OT: Technique to map interior security cameras, Wi-Fi and people by drone

WiFi’s friendliness to other devices might pose a significant threat in the wrong circumstances. University of Waterloo researchers have discovered a security flaw in the networking standard that lets attackers track devices through walls. The technique identifies the location of a device within 3.3ft just by exploiting WiFi devices’ automatic contact responses (even on password-protected networks) and measuring the response times. You can identify all the connected hardware in a room, and even track people’s movements if they have a phone or smartwatch.

The scientists tested the exploit by modifying an off-the-shelf drone to create a flying scanning device, the Wi-Peep. The robotic aircraft sends several messages to each device as it flies around, establishing the positions of devices in each room. A thief using the drone could find vulnerable areas in a home or office by checking for the absence of security cameras and other signs that a room is monitored or occupied. It could also be used to follow a security guard, or even to help rival hotels spy on each other by gauging the number of rooms in use.

There have been attempts to exploit similar WiFi problems before, but the team says these typically require bulky and costly devices that would give away attempts. Wi-Peep only requires a small drone and about $15 US in equipment that includes two WiFi modules and a voltage regulator. An intruder could quickly scan a building without revealing their presence.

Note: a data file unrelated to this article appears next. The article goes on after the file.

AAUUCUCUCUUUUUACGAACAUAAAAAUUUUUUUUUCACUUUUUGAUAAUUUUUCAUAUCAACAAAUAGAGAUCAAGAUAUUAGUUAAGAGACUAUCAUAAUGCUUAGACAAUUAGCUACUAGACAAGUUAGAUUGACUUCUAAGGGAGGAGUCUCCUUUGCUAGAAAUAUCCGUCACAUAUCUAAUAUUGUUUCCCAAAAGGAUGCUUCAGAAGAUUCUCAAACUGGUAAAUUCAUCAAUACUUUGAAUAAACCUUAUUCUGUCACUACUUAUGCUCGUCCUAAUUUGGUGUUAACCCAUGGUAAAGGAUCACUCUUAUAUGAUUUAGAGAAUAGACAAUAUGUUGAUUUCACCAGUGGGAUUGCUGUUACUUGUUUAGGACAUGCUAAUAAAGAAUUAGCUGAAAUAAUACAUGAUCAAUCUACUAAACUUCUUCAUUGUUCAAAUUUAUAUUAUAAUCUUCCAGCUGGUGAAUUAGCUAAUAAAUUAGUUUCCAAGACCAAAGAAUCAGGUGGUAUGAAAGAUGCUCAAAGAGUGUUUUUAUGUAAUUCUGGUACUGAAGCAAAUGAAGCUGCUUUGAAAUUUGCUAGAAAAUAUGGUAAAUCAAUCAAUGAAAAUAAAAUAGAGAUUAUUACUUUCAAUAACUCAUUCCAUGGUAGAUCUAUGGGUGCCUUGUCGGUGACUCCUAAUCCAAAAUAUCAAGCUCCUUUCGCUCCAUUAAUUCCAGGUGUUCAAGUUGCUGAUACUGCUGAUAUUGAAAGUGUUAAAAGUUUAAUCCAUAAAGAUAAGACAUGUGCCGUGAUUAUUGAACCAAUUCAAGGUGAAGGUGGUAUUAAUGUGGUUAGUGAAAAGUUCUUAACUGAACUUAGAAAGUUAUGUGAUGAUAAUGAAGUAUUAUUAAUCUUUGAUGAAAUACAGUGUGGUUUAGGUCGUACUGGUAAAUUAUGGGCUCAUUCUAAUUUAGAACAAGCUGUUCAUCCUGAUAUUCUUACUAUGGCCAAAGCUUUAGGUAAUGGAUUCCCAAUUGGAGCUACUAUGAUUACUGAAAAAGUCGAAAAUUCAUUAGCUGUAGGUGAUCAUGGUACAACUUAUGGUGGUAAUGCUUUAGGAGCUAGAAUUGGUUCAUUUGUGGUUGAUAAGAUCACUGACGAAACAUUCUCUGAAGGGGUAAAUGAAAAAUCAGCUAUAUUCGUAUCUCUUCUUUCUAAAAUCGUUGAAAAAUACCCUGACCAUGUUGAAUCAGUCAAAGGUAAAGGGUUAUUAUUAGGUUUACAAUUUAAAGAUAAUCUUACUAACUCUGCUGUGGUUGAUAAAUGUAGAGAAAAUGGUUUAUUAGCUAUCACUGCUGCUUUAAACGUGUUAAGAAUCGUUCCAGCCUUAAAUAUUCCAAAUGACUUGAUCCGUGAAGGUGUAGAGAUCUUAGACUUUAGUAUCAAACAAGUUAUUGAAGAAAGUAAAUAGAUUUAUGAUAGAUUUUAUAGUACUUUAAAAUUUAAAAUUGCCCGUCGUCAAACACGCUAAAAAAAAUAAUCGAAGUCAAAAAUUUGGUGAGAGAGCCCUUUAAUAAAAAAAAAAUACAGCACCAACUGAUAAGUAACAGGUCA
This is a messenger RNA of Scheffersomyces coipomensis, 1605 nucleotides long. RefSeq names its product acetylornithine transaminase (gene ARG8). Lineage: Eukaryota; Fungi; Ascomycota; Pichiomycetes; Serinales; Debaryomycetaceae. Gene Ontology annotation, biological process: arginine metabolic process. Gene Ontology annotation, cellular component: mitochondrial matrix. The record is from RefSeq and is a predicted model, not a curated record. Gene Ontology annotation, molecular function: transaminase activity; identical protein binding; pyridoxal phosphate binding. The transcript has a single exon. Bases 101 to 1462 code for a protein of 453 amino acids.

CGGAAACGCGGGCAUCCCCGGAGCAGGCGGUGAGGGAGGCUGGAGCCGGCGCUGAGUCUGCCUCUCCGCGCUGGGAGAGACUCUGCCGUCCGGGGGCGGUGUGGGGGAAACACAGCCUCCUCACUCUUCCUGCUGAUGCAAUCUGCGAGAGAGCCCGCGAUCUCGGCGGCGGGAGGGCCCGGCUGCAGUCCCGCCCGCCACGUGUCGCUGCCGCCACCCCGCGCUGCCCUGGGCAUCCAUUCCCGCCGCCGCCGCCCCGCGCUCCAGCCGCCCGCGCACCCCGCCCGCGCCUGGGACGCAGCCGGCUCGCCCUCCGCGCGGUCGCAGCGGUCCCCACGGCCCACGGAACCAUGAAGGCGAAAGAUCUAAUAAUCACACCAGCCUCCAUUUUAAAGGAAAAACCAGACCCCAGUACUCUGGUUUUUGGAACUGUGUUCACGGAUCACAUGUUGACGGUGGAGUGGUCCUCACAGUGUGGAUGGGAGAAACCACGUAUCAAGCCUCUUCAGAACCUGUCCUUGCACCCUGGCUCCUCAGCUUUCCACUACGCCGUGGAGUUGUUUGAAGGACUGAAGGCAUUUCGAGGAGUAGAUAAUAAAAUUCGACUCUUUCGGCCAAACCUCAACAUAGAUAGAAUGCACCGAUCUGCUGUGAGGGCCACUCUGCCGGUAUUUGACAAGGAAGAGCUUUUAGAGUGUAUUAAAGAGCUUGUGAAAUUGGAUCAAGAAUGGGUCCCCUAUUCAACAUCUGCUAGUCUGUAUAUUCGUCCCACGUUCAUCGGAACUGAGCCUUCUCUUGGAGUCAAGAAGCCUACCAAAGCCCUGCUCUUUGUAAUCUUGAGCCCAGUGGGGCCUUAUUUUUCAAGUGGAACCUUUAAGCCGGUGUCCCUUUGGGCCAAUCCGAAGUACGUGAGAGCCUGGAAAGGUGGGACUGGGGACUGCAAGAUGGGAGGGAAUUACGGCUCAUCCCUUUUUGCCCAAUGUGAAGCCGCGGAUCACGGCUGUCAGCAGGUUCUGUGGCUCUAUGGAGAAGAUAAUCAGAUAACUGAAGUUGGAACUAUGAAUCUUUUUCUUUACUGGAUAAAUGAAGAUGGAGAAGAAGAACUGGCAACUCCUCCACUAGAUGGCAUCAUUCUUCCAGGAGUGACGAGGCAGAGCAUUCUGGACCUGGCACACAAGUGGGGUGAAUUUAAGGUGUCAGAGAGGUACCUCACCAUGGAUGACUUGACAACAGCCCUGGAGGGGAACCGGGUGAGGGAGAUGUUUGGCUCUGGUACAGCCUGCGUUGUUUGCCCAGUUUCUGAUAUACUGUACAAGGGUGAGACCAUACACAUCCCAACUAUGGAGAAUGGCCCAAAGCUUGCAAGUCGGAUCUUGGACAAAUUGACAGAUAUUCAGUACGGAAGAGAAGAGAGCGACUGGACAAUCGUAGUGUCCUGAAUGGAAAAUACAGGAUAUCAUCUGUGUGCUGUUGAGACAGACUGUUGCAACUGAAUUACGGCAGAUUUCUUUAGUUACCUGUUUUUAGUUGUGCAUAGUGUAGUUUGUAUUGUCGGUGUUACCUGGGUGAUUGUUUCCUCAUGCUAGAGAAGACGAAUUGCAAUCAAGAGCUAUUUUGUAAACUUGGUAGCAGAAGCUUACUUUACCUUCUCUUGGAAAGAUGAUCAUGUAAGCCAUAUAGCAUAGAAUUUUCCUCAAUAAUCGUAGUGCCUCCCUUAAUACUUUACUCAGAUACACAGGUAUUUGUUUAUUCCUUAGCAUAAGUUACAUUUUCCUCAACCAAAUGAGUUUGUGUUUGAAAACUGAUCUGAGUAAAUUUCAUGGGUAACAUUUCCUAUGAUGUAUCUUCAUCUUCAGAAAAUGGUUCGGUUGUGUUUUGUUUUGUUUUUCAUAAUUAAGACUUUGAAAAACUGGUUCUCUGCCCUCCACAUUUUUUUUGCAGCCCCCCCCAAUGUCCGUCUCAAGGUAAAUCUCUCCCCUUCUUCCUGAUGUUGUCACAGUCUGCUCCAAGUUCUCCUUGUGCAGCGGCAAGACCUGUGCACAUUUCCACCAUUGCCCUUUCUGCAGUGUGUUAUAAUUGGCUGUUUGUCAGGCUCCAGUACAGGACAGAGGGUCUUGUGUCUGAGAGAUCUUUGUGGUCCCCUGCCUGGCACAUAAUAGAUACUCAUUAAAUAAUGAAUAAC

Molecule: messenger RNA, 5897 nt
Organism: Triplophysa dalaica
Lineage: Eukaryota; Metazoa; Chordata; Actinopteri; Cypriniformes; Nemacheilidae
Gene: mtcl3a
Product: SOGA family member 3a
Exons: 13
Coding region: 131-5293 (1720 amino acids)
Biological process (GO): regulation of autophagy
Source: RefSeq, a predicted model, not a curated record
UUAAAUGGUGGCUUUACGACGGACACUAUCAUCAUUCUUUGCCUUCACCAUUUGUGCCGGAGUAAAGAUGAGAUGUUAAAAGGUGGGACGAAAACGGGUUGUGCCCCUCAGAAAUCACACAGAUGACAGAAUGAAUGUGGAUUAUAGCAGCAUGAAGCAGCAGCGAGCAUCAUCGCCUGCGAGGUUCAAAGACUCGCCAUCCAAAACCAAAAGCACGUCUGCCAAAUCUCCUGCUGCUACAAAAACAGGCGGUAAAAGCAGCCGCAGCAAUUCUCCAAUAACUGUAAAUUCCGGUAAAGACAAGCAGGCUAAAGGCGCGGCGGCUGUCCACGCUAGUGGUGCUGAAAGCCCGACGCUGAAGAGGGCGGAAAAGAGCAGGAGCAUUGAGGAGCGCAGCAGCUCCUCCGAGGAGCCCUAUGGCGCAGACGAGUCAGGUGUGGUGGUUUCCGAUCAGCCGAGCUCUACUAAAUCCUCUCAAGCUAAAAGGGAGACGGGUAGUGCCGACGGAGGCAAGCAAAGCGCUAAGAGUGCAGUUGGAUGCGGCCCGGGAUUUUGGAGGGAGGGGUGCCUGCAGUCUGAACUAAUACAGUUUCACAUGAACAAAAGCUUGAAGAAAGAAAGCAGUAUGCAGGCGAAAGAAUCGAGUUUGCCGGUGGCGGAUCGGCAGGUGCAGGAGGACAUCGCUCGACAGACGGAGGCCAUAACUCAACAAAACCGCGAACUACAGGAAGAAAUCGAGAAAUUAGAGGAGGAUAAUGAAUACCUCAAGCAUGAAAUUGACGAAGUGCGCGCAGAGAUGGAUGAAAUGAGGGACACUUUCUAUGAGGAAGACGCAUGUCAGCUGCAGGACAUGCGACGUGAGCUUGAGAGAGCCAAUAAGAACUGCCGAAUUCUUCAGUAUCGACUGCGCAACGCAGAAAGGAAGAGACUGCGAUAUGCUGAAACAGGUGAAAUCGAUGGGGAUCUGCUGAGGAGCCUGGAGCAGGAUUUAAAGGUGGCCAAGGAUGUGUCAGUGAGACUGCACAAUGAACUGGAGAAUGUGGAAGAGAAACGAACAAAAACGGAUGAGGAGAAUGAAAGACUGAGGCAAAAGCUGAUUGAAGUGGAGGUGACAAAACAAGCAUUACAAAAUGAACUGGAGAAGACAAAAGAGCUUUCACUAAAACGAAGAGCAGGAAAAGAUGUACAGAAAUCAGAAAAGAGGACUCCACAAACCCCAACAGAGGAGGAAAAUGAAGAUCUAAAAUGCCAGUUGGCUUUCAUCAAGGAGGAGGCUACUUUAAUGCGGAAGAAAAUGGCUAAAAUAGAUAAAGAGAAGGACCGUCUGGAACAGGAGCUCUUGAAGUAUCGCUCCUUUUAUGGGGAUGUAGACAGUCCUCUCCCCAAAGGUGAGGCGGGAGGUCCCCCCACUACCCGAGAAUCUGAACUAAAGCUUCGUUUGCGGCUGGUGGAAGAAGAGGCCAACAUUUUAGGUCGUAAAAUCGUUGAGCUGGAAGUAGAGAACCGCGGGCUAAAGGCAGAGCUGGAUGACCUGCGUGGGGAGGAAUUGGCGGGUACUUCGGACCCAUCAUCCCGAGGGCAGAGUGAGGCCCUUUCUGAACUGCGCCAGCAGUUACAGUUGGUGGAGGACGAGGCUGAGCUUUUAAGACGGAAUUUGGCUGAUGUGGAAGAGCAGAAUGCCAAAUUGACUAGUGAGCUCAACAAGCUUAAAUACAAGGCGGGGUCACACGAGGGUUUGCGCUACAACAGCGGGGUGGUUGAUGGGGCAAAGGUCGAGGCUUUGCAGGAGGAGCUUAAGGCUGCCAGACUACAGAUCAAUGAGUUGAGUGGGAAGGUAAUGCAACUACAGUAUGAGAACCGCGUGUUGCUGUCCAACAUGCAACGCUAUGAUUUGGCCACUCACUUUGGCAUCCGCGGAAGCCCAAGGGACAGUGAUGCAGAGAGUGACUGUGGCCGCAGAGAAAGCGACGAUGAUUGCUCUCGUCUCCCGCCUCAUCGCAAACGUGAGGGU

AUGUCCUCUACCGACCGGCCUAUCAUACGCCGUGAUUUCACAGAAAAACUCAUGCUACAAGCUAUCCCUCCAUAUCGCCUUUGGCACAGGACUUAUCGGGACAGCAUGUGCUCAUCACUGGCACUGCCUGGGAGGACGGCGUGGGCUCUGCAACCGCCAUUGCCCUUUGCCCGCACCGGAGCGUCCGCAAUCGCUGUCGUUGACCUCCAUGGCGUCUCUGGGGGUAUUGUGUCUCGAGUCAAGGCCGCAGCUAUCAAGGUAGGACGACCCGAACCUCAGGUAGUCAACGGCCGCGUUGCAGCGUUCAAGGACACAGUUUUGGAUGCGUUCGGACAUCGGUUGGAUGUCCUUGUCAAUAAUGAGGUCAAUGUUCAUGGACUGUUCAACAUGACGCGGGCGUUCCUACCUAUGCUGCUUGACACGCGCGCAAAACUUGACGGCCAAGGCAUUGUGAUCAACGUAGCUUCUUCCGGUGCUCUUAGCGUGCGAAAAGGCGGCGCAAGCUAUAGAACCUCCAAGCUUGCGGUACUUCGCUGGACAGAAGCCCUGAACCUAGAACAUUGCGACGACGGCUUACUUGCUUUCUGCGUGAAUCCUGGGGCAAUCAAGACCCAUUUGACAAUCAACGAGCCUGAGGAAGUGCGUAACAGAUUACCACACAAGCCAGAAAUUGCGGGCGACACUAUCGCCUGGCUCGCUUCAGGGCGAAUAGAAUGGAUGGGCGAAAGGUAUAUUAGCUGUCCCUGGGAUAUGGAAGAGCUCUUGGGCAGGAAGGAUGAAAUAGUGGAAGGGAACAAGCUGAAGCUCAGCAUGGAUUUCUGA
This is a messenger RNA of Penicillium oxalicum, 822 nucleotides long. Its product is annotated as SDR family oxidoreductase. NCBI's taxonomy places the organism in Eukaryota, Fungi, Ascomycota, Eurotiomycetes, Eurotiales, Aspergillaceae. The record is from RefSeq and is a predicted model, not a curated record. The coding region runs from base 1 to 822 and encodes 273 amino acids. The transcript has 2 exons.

OT - This annoys me. Why must people add unwarranted precision when converting units? Why convert units at all?

This was undoubtedly first given as 1 meter. No native user of inches/feet/yards/miles would call anything 3.3 feet. And given the imprecise nature of the original estimate, additional precision is unwarranted. So call it 3 feet. Or better yet, 1 yard. It’s just an estimate or an average of a measurement that is by it’s nature going to vary slightly based on circumstances.

Best, of course, would be to leave it as a meter.



Seems to me this is a solution looking for a problem. The risks of WiFi are known and readily available to anyone. If you really need security, you won’t have any WiFi at all.

Anyone smart enough to use this technique isn’t going to bother with low value targets like a home. And places that are high enough value targets should have enough additional security to make this information not terribly helpful.

But it still does make sense to raise it as a potential risk and encourage chip makers to randomize response times - or even allow devices/users to choose whether to respond at all.